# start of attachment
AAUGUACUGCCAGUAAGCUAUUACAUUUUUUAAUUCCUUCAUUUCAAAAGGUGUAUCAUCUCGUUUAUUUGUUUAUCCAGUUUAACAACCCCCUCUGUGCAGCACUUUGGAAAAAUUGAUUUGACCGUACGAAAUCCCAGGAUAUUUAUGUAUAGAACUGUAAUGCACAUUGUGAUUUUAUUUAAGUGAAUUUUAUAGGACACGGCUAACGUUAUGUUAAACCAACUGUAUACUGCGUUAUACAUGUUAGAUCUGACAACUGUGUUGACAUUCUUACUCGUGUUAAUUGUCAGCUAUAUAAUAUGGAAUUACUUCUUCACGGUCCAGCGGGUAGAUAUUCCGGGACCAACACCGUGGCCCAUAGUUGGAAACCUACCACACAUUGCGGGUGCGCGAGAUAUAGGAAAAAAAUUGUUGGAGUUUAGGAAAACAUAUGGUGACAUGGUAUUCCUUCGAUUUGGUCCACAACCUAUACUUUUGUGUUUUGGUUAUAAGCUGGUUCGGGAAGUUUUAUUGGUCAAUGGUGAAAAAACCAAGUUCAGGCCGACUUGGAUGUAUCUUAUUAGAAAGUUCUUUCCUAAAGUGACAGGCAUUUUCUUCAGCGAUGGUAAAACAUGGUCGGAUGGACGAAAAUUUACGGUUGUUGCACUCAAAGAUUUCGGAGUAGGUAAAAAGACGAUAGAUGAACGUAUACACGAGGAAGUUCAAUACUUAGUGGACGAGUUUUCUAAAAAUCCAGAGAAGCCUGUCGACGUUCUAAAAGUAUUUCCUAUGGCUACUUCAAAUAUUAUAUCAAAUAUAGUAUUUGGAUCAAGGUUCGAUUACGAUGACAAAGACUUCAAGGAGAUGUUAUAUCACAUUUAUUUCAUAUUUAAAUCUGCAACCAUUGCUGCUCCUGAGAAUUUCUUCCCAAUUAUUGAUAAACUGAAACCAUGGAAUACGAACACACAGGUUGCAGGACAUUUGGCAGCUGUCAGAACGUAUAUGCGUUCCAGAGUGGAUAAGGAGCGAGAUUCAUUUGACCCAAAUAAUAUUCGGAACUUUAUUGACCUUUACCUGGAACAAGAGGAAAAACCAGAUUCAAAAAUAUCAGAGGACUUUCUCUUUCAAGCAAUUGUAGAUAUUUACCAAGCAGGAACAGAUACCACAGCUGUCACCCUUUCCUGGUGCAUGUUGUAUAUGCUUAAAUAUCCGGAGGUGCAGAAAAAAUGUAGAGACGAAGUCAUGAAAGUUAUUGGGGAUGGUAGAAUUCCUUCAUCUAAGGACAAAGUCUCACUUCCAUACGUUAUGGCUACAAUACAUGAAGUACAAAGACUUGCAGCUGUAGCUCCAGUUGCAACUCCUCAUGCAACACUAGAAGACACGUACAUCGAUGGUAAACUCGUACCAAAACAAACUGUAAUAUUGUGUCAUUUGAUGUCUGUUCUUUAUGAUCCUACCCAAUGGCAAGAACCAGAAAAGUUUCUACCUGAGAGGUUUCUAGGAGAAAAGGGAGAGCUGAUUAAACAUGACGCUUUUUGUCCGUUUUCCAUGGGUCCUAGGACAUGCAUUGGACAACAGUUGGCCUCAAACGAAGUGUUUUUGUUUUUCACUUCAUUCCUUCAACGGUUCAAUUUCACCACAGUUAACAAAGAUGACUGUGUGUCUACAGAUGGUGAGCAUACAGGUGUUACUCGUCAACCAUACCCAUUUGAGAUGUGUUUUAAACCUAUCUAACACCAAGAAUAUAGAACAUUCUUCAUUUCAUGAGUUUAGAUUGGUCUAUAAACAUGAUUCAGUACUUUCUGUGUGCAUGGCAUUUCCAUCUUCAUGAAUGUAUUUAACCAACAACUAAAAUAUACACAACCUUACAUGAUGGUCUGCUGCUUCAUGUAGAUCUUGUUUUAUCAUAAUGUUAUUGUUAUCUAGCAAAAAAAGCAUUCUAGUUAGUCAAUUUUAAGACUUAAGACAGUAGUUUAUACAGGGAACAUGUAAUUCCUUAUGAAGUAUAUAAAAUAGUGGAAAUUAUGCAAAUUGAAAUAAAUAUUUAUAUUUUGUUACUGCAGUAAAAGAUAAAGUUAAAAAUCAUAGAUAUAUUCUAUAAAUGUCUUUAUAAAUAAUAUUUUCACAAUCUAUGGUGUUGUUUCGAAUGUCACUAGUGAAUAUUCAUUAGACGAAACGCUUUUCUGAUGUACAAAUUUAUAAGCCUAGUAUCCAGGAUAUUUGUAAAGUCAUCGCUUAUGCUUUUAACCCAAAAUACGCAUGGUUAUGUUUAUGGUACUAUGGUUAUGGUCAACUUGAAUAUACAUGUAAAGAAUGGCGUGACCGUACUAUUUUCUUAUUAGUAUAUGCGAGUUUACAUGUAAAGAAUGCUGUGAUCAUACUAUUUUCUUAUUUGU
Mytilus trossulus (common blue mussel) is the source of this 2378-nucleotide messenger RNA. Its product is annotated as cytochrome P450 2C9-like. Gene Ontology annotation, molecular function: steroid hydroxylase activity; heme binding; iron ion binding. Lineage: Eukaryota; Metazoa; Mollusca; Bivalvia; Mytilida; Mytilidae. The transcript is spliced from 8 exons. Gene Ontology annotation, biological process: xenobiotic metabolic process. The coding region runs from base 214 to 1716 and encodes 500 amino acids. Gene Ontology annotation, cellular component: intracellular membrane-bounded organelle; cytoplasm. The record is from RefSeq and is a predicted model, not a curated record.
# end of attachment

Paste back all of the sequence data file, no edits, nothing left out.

AAUGUACUGCCAGUAAGCUAUUACAUUUUUUAAUUCCUUCAUUUCAAAAGGUGUAUCAUCUCGUUUAUUUGUUUAUCCAGUUUAACAACCCCCUCUGUGCAGCACUUUGGAAAAAUUGAUUUGACCGUACGAAAUCCCAGGAUAUUUAUGUAUAGAACUGUAAUGCACAUUGUGAUUUUAUUUAAGUGAAUUUUAUAGGACACGGCUAACGUUAUGUUAAACCAACUGUAUACUGCGUUAUACAUGUUAGAUCUGACAACUGUGUUGACAUUCUUACUCGUGUUAAUUGUCAGCUAUAUAAUAUGGAAUUACUUCUUCACGGUCCAGCGGGUAGAUAUUCCGGGACCAACACCGUGGCCCAUAGUUGGAAACCUACCACACAUUGCGGGUGCGCGAGAUAUAGGAAAAAAAUUGUUGGAGUUUAGGAAAACAUAUGGUGACAUGGUAUUCCUUCGAUUUGGUCCACAACCUAUACUUUUGUGUUUUGGUUAUAAGCUGGUUCGGGAAGUUUUAUUGGUCAAUGGUGAAAAAACCAAGUUCAGGCCGACUUGGAUGUAUCUUAUUAGAAAGUUCUUUCCUAAAGUGACAGGCAUUUUCUUCAGCGAUGGUAAAACAUGGUCGGAUGGACGAAAAUUUACGGUUGUUGCACUCAAAGAUUUCGGAGUAGGUAAAAAGACGAUAGAUGAACGUAUACACGAGGAAGUUCAAUACUUAGUGGACGAGUUUUCUAAAAAUCCAGAGAAGCCUGUCGACGUUCUAAAAGUAUUUCCUAUGGCUACUUCAAAUAUUAUAUCAAAUAUAGUAUUUGGAUCAAGGUUCGAUUACGAUGACAAAGACUUCAAGGAGAUGUUAUAUCACAUUUAUUUCAUAUUUAAAUCUGCAACCAUUGCUGCUCCUGAGAAUUUCUUCCCAAUUAUUGAUAAACUGAAACCAUGGAAUACGAACACACAGGUUGCAGGACAUUUGGCAGCUGUCAGAACGUAUAUGCGUUCCAGAGUGGAUAAGGAGCGAGAUUCAUUUGACCCAAAUAAUAUUCGGAACUUUAUUGACCUUUACCUGGAACAAGAGGAAAAACCAGAUUCAAAAAUAUCAGAGGACUUUCUCUUUCAAGCAAUUGUAGAUAUUUACCAAGCAGGAACAGAUACCACAGCUGUCACCCUUUCCUGGUGCAUGUUGUAUAUGCUUAAAUAUCCGGAGGUGCAGAAAAAAUGUAGAGACGAAGUCAUGAAAGUUAUUGGGGAUGGUAGAAUUCCUUCAUCUAAGGACAAAGUCUCACUUCCAUACGUUAUGGCUACAAUACAUGAAGUACAAAGACUUGCAGCUGUAGCUCCAGUUGCAACUCCUCAUGCAACACUAGAAGACACGUACAUCGAUGGUAAACUCGUACCAAAACAAACUGUAAUAUUGUGUCAUUUGAUGUCUGUUCUUUAUGAUCCUACCCAAUGGCAAGAACCAGAAAAGUUUCUACCUGAGAGGUUUCUAGGAGAAAAGGGAGAGCUGAUUAAACAUGACGCUUUUUGUCCGUUUUCCAUGGGUCCUAGGACAUGCAUUGGACAACAGUUGGCCUCAAACGAAGUGUUUUUGUUUUUCACUUCAUUCCUUCAACGGUUCAAUUUCACCACAGUUAACAAAGAUGACUGUGUGUCUACAGAUGGUGAGCAUACAGGUGUUACUCGUCAACCAUACCCAUUUGAGAUGUGUUUUAAACCUAUCUAACACCAAGAAUAUAGAACAUUCUUCAUUUCAUGAGUUUAGAUUGGUCUAUAAACAUGAUUCAGUACUUUCUGUGUGCAUGGCAUUUCCAUCUUCAUGAAUGUAUUUAACCAACAACUAAAAUAUACACAACCUUACAUGAUGGUCUGCUGCUUCAUGUAGAUCUUGUUUUAUCAUAAUGUUAUUGUUAUCUAGCAAAAAAAGCAUUCUAGUUAGUCAAUUUUAAGACUUAAGACAGUAGUUUAUACAGGGAACAUGUAAUUCCUUAUGAAGUAUAUAAAAUAGUGGAAAUUAUGCAAAUUGAAAUAAAUAUUUAUAUUUUGUUACUGCAGUAAAAGAUAAAGUUAAAAAUCAUAGAUAUAUUCUAUAAAUGUCUUUAUAAAUAAUAUUUUCACAAUCUAUGGUGUUGUUUCGAAUGUCACUAGUGAAUAUUCAUUAGACGAAACGCUUUUCUGAUGUACAAAUUUAUAAGCCUAGUAUCCAGGAUAUUUGUAAAGUCAUCGCUUAUGCUUUUAACCCAAAAUACGCAUGGUUAUGUUUAUGGUACUAUGGUUAUGGUCAACUUGAAUAUACAUGUAAAGAAUGGCGUGACCGUACUAUUUUCUUAUUAGUAUAUGCGAGUUUACAUGUAAAGAAUGCUGUGAUCAUACUAUUUUCUUAUUUGU
Mytilus trossulus (common blue mussel) is the source of this 2378-nucleotide messenger RNA. Its product is annotated as cytochrome P450 2C9-like. Gene Ontology annotation, molecular function: steroid hydroxylase activity; heme binding; iron ion binding. Lineage: Eukaryota; Metazoa; Mollusca; Bivalvia; Mytilida; Mytilidae. The transcript is spliced from 8 exons. Gene Ontology annotation, biological process: xenobiotic metabolic process. The coding region runs from base 214 to 1716 and encodes 500 amino acids. Gene Ontology annotation, cellular component: intracellular membrane-bounded organelle; cytoplasm. The record is from RefSeq and is a predicted model, not a curated record.